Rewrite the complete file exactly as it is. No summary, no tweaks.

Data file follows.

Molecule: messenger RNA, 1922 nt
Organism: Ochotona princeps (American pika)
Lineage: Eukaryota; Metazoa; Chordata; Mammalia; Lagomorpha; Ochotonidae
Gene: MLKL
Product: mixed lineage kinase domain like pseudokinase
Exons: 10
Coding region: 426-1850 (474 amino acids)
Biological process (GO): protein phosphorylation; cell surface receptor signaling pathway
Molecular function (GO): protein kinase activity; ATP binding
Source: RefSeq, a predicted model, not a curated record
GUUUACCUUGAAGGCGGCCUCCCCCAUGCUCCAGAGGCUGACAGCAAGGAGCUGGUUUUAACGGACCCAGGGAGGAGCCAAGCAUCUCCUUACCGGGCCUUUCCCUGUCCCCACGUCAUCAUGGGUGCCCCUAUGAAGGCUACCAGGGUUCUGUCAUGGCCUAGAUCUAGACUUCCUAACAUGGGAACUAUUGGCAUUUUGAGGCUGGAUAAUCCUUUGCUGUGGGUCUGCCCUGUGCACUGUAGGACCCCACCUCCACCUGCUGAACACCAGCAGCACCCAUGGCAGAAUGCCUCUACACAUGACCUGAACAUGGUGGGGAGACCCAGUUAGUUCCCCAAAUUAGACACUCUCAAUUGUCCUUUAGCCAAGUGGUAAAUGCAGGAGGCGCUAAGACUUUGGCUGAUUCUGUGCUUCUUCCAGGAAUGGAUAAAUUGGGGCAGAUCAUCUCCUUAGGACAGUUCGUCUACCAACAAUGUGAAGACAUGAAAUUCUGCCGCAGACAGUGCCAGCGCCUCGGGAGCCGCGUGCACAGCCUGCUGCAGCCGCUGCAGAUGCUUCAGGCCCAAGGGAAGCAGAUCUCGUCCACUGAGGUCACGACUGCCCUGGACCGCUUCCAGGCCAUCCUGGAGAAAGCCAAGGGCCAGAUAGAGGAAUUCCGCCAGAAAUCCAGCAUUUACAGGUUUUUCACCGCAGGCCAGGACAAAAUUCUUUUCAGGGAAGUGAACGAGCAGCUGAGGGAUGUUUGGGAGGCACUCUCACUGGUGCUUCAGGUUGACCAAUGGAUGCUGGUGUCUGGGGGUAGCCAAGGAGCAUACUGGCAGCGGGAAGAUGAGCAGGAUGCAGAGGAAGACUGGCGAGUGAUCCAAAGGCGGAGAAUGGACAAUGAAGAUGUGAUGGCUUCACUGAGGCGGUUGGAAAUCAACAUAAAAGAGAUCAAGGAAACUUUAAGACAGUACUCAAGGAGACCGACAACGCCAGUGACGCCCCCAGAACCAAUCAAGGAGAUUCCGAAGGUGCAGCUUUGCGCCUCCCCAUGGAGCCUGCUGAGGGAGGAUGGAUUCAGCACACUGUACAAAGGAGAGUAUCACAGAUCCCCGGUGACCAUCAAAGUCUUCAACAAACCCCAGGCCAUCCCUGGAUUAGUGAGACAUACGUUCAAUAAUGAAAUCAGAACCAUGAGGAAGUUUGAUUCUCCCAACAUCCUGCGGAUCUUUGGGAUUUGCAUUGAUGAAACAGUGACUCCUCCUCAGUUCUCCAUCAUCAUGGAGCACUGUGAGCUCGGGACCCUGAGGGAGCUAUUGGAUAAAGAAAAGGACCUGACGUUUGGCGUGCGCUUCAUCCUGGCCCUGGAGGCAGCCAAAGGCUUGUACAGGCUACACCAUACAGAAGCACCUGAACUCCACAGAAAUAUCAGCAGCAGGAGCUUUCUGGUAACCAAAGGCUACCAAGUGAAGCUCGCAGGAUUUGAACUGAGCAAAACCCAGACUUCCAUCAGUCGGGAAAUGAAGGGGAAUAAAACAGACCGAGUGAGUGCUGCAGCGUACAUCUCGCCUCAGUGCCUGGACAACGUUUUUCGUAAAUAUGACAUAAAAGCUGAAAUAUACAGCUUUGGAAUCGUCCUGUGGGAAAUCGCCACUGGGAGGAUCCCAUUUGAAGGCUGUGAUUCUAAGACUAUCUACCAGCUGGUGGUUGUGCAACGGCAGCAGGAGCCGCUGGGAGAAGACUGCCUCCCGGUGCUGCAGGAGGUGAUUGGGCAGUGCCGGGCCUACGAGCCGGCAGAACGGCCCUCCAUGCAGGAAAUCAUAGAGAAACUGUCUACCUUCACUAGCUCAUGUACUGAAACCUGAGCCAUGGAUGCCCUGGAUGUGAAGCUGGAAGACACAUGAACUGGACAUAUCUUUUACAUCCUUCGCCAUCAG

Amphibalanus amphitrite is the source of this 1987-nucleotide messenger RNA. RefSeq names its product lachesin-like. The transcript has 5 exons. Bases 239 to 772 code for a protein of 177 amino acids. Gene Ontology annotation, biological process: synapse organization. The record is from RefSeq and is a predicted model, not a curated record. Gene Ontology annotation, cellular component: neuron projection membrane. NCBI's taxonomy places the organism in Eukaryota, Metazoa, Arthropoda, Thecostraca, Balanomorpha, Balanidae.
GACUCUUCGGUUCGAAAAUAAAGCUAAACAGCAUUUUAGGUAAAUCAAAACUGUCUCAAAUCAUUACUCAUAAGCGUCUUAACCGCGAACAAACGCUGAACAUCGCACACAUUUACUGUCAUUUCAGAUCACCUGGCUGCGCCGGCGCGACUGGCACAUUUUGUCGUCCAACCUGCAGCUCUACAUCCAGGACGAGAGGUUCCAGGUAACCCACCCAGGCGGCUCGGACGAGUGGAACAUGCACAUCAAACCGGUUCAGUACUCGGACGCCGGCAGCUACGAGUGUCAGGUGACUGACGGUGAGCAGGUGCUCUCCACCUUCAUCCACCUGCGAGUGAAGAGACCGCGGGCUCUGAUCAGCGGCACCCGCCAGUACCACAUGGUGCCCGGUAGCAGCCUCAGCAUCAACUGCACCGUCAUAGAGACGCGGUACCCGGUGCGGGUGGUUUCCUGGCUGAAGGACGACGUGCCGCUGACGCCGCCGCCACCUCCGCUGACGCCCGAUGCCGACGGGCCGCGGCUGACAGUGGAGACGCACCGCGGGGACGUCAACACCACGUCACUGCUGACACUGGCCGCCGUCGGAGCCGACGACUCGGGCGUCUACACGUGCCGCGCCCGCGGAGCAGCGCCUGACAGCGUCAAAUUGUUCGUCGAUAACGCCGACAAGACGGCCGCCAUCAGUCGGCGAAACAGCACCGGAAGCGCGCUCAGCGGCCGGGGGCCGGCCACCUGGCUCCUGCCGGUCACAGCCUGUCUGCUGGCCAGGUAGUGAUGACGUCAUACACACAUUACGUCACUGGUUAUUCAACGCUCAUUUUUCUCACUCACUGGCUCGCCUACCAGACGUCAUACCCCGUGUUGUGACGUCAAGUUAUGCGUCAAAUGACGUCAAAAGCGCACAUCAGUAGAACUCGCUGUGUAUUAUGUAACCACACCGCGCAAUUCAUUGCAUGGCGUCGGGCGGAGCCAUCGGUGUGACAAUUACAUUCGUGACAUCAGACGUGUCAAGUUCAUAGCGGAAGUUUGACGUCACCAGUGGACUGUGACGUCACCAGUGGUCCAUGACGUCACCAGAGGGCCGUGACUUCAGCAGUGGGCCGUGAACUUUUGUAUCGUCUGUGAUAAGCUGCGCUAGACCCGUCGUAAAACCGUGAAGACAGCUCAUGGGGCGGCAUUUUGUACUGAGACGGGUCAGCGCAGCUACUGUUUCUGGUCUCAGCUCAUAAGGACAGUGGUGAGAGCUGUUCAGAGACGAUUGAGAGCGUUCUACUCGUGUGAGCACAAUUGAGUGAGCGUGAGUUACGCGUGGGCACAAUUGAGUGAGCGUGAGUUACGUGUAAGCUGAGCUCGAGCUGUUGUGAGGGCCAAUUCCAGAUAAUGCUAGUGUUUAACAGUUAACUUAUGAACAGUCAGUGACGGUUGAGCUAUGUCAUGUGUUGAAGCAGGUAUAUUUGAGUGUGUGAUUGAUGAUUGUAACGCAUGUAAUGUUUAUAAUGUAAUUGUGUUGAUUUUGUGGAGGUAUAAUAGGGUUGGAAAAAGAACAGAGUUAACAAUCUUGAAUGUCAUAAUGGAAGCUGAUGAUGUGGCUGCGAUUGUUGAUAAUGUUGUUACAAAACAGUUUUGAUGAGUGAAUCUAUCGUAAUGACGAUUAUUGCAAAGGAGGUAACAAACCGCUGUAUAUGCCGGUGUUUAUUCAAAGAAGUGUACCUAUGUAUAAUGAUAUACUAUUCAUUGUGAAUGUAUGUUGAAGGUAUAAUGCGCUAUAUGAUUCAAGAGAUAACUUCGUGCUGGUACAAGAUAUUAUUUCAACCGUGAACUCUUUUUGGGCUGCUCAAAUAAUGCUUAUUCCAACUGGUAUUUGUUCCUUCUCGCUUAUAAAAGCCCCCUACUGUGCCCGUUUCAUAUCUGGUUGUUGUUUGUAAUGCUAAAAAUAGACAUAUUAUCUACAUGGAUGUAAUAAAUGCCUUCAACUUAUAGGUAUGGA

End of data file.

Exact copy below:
Molecule: messenger RNA, 1922 nt
Organism: Ochotona princeps (American pika)
Lineage: Eukaryota; Metazoa; Chordata; Mammalia; Lagomorpha; Ochotonidae
Gene: MLKL
Product: mixed lineage kinase domain like pseudokinase
Exons: 10
Coding region: 426-1850 (474 amino acids)
Biological process (GO): protein phosphorylation; cell surface receptor signaling pathway
Molecular function (GO): protein kinase activity; ATP binding
Source: RefSeq, a predicted model, not a curated record
GUUUACCUUGAAGGCGGCCUCCCCCAUGCUCCAGAGGCUGACAGCAAGGAGCUGGUUUUAACGGACCCAGGGAGGAGCCAAGCAUCUCCUUACCGGGCCUUUCCCUGUCCCCACGUCAUCAUGGGUGCCCCUAUGAAGGCUACCAGGGUUCUGUCAUGGCCUAGAUCUAGACUUCCUAACAUGGGAACUAUUGGCAUUUUGAGGCUGGAUAAUCCUUUGCUGUGGGUCUGCCCUGUGCACUGUAGGACCCCACCUCCACCUGCUGAACACCAGCAGCACCCAUGGCAGAAUGCCUCUACACAUGACCUGAACAUGGUGGGGAGACCCAGUUAGUUCCCCAAAUUAGACACUCUCAAUUGUCCUUUAGCCAAGUGGUAAAUGCAGGAGGCGCUAAGACUUUGGCUGAUUCUGUGCUUCUUCCAGGAAUGGAUAAAUUGGGGCAGAUCAUCUCCUUAGGACAGUUCGUCUACCAACAAUGUGAAGACAUGAAAUUCUGCCGCAGACAGUGCCAGCGCCUCGGGAGCCGCGUGCACAGCCUGCUGCAGCCGCUGCAGAUGCUUCAGGCCCAAGGGAAGCAGAUCUCGUCCACUGAGGUCACGACUGCCCUGGACCGCUUCCAGGCCAUCCUGGAGAAAGCCAAGGGCCAGAUAGAGGAAUUCCGCCAGAAAUCCAGCAUUUACAGGUUUUUCACCGCAGGCCAGGACAAAAUUCUUUUCAGGGAAGUGAACGAGCAGCUGAGGGAUGUUUGGGAGGCACUCUCACUGGUGCUUCAGGUUGACCAAUGGAUGCUGGUGUCUGGGGGUAGCCAAGGAGCAUACUGGCAGCGGGAAGAUGAGCAGGAUGCAGAGGAAGACUGGCGAGUGAUCCAAAGGCGGAGAAUGGACAAUGAAGAUGUGAUGGCUUCACUGAGGCGGUUGGAAAUCAACAUAAAAGAGAUCAAGGAAACUUUAAGACAGUACUCAAGGAGACCGACAACGCCAGUGACGCCCCCAGAACCAAUCAAGGAGAUUCCGAAGGUGCAGCUUUGCGCCUCCCCAUGGAGCCUGCUGAGGGAGGAUGGAUUCAGCACACUGUACAAAGGAGAGUAUCACAGAUCCCCGGUGACCAUCAAAGUCUUCAACAAACCCCAGGCCAUCCCUGGAUUAGUGAGACAUACGUUCAAUAAUGAAAUCAGAACCAUGAGGAAGUUUGAUUCUCCCAACAUCCUGCGGAUCUUUGGGAUUUGCAUUGAUGAAACAGUGACUCCUCCUCAGUUCUCCAUCAUCAUGGAGCACUGUGAGCUCGGGACCCUGAGGGAGCUAUUGGAUAAAGAAAAGGACCUGACGUUUGGCGUGCGCUUCAUCCUGGCCCUGGAGGCAGCCAAAGGCUUGUACAGGCUACACCAUACAGAAGCACCUGAACUCCACAGAAAUAUCAGCAGCAGGAGCUUUCUGGUAACCAAAGGCUACCAAGUGAAGCUCGCAGGAUUUGAACUGAGCAAAACCCAGACUUCCAUCAGUCGGGAAAUGAAGGGGAAUAAAACAGACCGAGUGAGUGCUGCAGCGUACAUCUCGCCUCAGUGCCUGGACAACGUUUUUCGUAAAUAUGACAUAAAAGCUGAAAUAUACAGCUUUGGAAUCGUCCUGUGGGAAAUCGCCACUGGGAGGAUCCCAUUUGAAGGCUGUGAUUCUAAGACUAUCUACCAGCUGGUGGUUGUGCAACGGCAGCAGGAGCCGCUGGGAGAAGACUGCCUCCCGGUGCUGCAGGAGGUGAUUGGGCAGUGCCGGGCCUACGAGCCGGCAGAACGGCCCUCCAUGCAGGAAAUCAUAGAGAAACUGUCUACCUUCACUAGCUCAUGUACUGAAACCUGAGCCAUGGAUGCCCUGGAUGUGAAGCUGGAAGACACAUGAACUGGACAUAUCUUUUACAUCCUUCGCCAUCAG

Amphibalanus amphitrite is the source of this 1987-nucleotide messenger RNA. RefSeq names its product lachesin-like. The transcript has 5 exons. Bases 239 to 772 code for a protein of 177 amino acids. Gene Ontology annotation, biological process: synapse organization. The record is from RefSeq and is a predicted model, not a curated record. Gene Ontology annotation, cellular component: neuron projection membrane. NCBI's taxonomy places the organism in Eukaryota, Metazoa, Arthropoda, Thecostraca, Balanomorpha, Balanidae.
GACUCUUCGGUUCGAAAAUAAAGCUAAACAGCAUUUUAGGUAAAUCAAAACUGUCUCAAAUCAUUACUCAUAAGCGUCUUAACCGCGAACAAACGCUGAACAUCGCACACAUUUACUGUCAUUUCAGAUCACCUGGCUGCGCCGGCGCGACUGGCACAUUUUGUCGUCCAACCUGCAGCUCUACAUCCAGGACGAGAGGUUCCAGGUAACCCACCCAGGCGGCUCGGACGAGUGGAACAUGCACAUCAAACCGGUUCAGUACUCGGACGCCGGCAGCUACGAGUGUCAGGUGACUGACGGUGAGCAGGUGCUCUCCACCUUCAUCCACCUGCGAGUGAAGAGACCGCGGGCUCUGAUCAGCGGCACCCGCCAGUACCACAUGGUGCCCGGUAGCAGCCUCAGCAUCAACUGCACCGUCAUAGAGACGCGGUACCCGGUGCGGGUGGUUUCCUGGCUGAAGGACGACGUGCCGCUGACGCCGCCGCCACCUCCGCUGACGCCCGAUGCCGACGGGCCGCGGCUGACAGUGGAGACGCACCGCGGGGACGUCAACACCACGUCACUGCUGACACUGGCCGCCGUCGGAGCCGACGACUCGGGCGUCUACACGUGCCGCGCCCGCGGAGCAGCGCCUGACAGCGUCAAAUUGUUCGUCGAUAACGCCGACAAGACGGCCGCCAUCAGUCGGCGAAACAGCACCGGAAGCGCGCUCAGCGGCCGGGGGCCGGCCACCUGGCUCCUGCCGGUCACAGCCUGUCUGCUGGCCAGGUAGUGAUGACGUCAUACACACAUUACGUCACUGGUUAUUCAACGCUCAUUUUUCUCACUCACUGGCUCGCCUACCAGACGUCAUACCCCGUGUUGUGACGUCAAGUUAUGCGUCAAAUGACGUCAAAAGCGCACAUCAGUAGAACUCGCUGUGUAUUAUGUAACCACACCGCGCAAUUCAUUGCAUGGCGUCGGGCGGAGCCAUCGGUGUGACAAUUACAUUCGUGACAUCAGACGUGUCAAGUUCAUAGCGGAAGUUUGACGUCACCAGUGGACUGUGACGUCACCAGUGGUCCAUGACGUCACCAGAGGGCCGUGACUUCAGCAGUGGGCCGUGAACUUUUGUAUCGUCUGUGAUAAGCUGCGCUAGACCCGUCGUAAAACCGUGAAGACAGCUCAUGGGGCGGCAUUUUGUACUGAGACGGGUCAGCGCAGCUACUGUUUCUGGUCUCAGCUCAUAAGGACAGUGGUGAGAGCUGUUCAGAGACGAUUGAGAGCGUUCUACUCGUGUGAGCACAAUUGAGUGAGCGUGAGUUACGCGUGGGCACAAUUGAGUGAGCGUGAGUUACGUGUAAGCUGAGCUCGAGCUGUUGUGAGGGCCAAUUCCAGAUAAUGCUAGUGUUUAACAGUUAACUUAUGAACAGUCAGUGACGGUUGAGCUAUGUCAUGUGUUGAAGCAGGUAUAUUUGAGUGUGUGAUUGAUGAUUGUAACGCAUGUAAUGUUUAUAAUGUAAUUGUGUUGAUUUUGUGGAGGUAUAAUAGGGUUGGAAAAAGAACAGAGUUAACAAUCUUGAAUGUCAUAAUGGAAGCUGAUGAUGUGGCUGCGAUUGUUGAUAAUGUUGUUACAAAACAGUUUUGAUGAGUGAAUCUAUCGUAAUGACGAUUAUUGCAAAGGAGGUAACAAACCGCUGUAUAUGCCGGUGUUUAUUCAAAGAAGUGUACCUAUGUAUAAUGAUAUACUAUUCAUUGUGAAUGUAUGUUGAAGGUAUAAUGCGCUAUAUGAUUCAAGAGAUAACUUCGUGCUGGUACAAGAUAUUAUUUCAACCGUGAACUCUUUUUGGGCUGCUCAAAUAAUGCUUAUUCCAACUGGUAUUUGUUCCUUCUCGCUUAUAAAAGCCCCCUACUGUGCCCGUUUCAUAUCUGGUUGUUGUUUGUAAUGCUAAAAAUAGACAUAUUAUCUACAUGGAUGUAAUAAAUGCCUUCAACUUAUAGGUAUGGA